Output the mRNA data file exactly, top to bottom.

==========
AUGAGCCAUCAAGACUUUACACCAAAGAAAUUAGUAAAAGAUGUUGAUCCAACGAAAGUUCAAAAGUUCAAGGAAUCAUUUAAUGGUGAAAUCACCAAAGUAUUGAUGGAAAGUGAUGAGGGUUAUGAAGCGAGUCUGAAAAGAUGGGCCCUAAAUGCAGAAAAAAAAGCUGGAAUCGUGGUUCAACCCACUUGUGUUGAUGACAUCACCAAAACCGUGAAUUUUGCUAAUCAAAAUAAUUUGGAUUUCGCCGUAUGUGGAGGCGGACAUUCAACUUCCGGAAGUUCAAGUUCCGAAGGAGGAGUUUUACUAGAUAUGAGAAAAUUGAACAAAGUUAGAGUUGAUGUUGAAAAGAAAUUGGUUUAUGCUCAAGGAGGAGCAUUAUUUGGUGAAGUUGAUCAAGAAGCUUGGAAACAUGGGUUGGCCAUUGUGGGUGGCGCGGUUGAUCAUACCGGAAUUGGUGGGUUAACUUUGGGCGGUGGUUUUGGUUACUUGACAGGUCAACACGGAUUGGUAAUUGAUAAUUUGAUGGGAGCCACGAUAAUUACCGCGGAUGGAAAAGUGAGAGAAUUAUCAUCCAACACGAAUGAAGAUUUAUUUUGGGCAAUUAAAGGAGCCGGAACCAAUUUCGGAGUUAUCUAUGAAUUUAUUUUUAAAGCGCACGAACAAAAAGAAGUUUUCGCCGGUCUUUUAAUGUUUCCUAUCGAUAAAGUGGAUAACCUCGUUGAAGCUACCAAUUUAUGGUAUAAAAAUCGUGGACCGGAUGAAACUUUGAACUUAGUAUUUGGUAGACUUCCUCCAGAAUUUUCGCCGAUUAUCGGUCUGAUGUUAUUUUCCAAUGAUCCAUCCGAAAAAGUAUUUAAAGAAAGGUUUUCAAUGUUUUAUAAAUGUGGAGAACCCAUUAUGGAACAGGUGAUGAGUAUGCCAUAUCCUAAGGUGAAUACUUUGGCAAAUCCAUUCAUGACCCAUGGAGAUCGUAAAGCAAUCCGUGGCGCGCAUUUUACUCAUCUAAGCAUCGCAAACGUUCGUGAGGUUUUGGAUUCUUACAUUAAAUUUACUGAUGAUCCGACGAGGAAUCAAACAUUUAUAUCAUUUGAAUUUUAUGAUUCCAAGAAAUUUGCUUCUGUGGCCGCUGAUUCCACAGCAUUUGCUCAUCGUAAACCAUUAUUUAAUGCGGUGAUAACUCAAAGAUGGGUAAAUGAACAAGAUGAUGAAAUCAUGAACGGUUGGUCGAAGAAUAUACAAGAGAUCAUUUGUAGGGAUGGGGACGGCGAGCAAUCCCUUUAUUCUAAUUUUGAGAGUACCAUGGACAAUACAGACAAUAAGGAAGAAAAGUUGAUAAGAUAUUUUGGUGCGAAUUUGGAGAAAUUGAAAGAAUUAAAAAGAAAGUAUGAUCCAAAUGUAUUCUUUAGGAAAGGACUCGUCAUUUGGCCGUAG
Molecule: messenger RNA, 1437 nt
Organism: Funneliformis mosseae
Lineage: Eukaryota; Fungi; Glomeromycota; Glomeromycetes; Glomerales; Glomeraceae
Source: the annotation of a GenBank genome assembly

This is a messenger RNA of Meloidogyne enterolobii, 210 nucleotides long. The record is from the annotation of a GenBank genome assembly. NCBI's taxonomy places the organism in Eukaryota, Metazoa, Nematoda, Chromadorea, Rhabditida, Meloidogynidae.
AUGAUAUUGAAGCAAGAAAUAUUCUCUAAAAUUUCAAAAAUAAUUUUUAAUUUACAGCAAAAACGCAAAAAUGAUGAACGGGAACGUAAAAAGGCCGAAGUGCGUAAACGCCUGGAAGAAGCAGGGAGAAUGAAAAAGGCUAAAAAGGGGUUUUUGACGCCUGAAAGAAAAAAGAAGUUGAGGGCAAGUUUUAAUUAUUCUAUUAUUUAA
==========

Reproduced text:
AUGAGCCAUCAAGACUUUACACCAAAGAAAUUAGUAAAAGAUGUUGAUCCAACGAAAGUUCAAAAGUUCAAGGAAUCAUUUAAUGGUGAAAUCACCAAAGUAUUGAUGGAAAGUGAUGAGGGUUAUGAAGCGAGUCUGAAAAGAUGGGCCCUAAAUGCAGAAAAAAAAGCUGGAAUCGUGGUUCAACCCACUUGUGUUGAUGACAUCACCAAAACCGUGAAUUUUGCUAAUCAAAAUAAUUUGGAUUUCGCCGUAUGUGGAGGCGGACAUUCAACUUCCGGAAGUUCAAGUUCCGAAGGAGGAGUUUUACUAGAUAUGAGAAAAUUGAACAAAGUUAGAGUUGAUGUUGAAAAGAAAUUGGUUUAUGCUCAAGGAGGAGCAUUAUUUGGUGAAGUUGAUCAAGAAGCUUGGAAACAUGGGUUGGCCAUUGUGGGUGGCGCGGUUGAUCAUACCGGAAUUGGUGGGUUAACUUUGGGCGGUGGUUUUGGUUACUUGACAGGUCAACACGGAUUGGUAAUUGAUAAUUUGAUGGGAGCCACGAUAAUUACCGCGGAUGGAAAAGUGAGAGAAUUAUCAUCCAACACGAAUGAAGAUUUAUUUUGGGCAAUUAAAGGAGCCGGAACCAAUUUCGGAGUUAUCUAUGAAUUUAUUUUUAAAGCGCACGAACAAAAAGAAGUUUUCGCCGGUCUUUUAAUGUUUCCUAUCGAUAAAGUGGAUAACCUCGUUGAAGCUACCAAUUUAUGGUAUAAAAAUCGUGGACCGGAUGAAACUUUGAACUUAGUAUUUGGUAGACUUCCUCCAGAAUUUUCGCCGAUUAUCGGUCUGAUGUUAUUUUCCAAUGAUCCAUCCGAAAAAGUAUUUAAAGAAAGGUUUUCAAUGUUUUAUAAAUGUGGAGAACCCAUUAUGGAACAGGUGAUGAGUAUGCCAUAUCCUAAGGUGAAUACUUUGGCAAAUCCAUUCAUGACCCAUGGAGAUCGUAAAGCAAUCCGUGGCGCGCAUUUUACUCAUCUAAGCAUCGCAAACGUUCGUGAGGUUUUGGAUUCUUACAUUAAAUUUACUGAUGAUCCGACGAGGAAUCAAACAUUUAUAUCAUUUGAAUUUUAUGAUUCCAAGAAAUUUGCUUCUGUGGCCGCUGAUUCCACAGCAUUUGCUCAUCGUAAACCAUUAUUUAAUGCGGUGAUAACUCAAAGAUGGGUAAAUGAACAAGAUGAUGAAAUCAUGAACGGUUGGUCGAAGAAUAUACAAGAGAUCAUUUGUAGGGAUGGGGACGGCGAGCAAUCCCUUUAUUCUAAUUUUGAGAGUACCAUGGACAAUACAGACAAUAAGGAAGAAAAGUUGAUAAGAUAUUUUGGUGCGAAUUUGGAGAAAUUGAAAGAAUUAAAAAGAAAGUAUGAUCCAAAUGUAUUCUUUAGGAAAGGACUCGUCAUUUGGCCGUAG
Molecule: messenger RNA, 1437 nt
Organism: Funneliformis mosseae
Lineage: Eukaryota; Fungi; Glomeromycota; Glomeromycetes; Glomerales; Glomeraceae
Source: the annotation of a GenBank genome assembly

This is a messenger RNA of Meloidogyne enterolobii, 210 nucleotides long. The record is from the annotation of a GenBank genome assembly. NCBI's taxonomy places the organism in Eukaryota, Metazoa, Nematoda, Chromadorea, Rhabditida, Meloidogynidae.
AUGAUAUUGAAGCAAGAAAUAUUCUCUAAAAUUUCAAAAAUAAUUUUUAAUUUACAGCAAAAACGCAAAAAUGAUGAACGGGAACGUAAAAAGGCCGAAGUGCGUAAACGCCUGGAAGAAGCAGGGAGAAUGAAAAAGGCUAAAAAGGGGUUUUUGACGCCUGAAAGAAAAAAGAAGUUGAGGGCAAGUUUUAAUUAUUCUAUUAUUUAA